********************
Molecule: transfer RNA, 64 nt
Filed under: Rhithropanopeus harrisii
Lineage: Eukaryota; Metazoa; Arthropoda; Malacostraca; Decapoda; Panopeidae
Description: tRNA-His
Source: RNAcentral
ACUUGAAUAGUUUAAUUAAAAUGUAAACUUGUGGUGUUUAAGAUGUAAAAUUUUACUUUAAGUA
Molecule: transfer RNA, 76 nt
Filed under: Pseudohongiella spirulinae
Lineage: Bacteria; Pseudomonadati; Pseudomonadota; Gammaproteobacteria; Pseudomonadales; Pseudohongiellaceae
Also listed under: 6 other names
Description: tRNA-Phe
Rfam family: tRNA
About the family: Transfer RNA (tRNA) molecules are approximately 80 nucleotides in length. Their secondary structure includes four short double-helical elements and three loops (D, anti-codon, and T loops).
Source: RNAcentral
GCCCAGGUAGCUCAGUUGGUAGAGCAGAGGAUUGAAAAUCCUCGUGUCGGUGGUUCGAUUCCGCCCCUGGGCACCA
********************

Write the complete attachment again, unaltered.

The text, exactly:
Molecule: transfer RNA, 64 nt
Filed under: Rhithropanopeus harrisii
Lineage: Eukaryota; Metazoa; Arthropoda; Malacostraca; Decapoda; Panopeidae
Description: tRNA-His
Source: RNAcentral
ACUUGAAUAGUUUAAUUAAAAUGUAAACUUGUGGUGUUUAAGAUGUAAAAUUUUACUUUAAGUA
Molecule: transfer RNA, 76 nt
Filed under: Pseudohongiella spirulinae
Lineage: Bacteria; Pseudomonadati; Pseudomonadota; Gammaproteobacteria; Pseudomonadales; Pseudohongiellaceae
Also listed under: 6 other names
Description: tRNA-Phe
Rfam family: tRNA
About the family: Transfer RNA (tRNA) molecules are approximately 80 nucleotides in length. Their secondary structure includes four short double-helical elements and three loops (D, anti-codon, and T loops).
Source: RNAcentral
GCCCAGGUAGCUCAGUUGGUAGAGCAGAGGAUUGAAAAUCCUCGUGUCGGUGGUUCGAUUCCGCCCCUGGGCACCA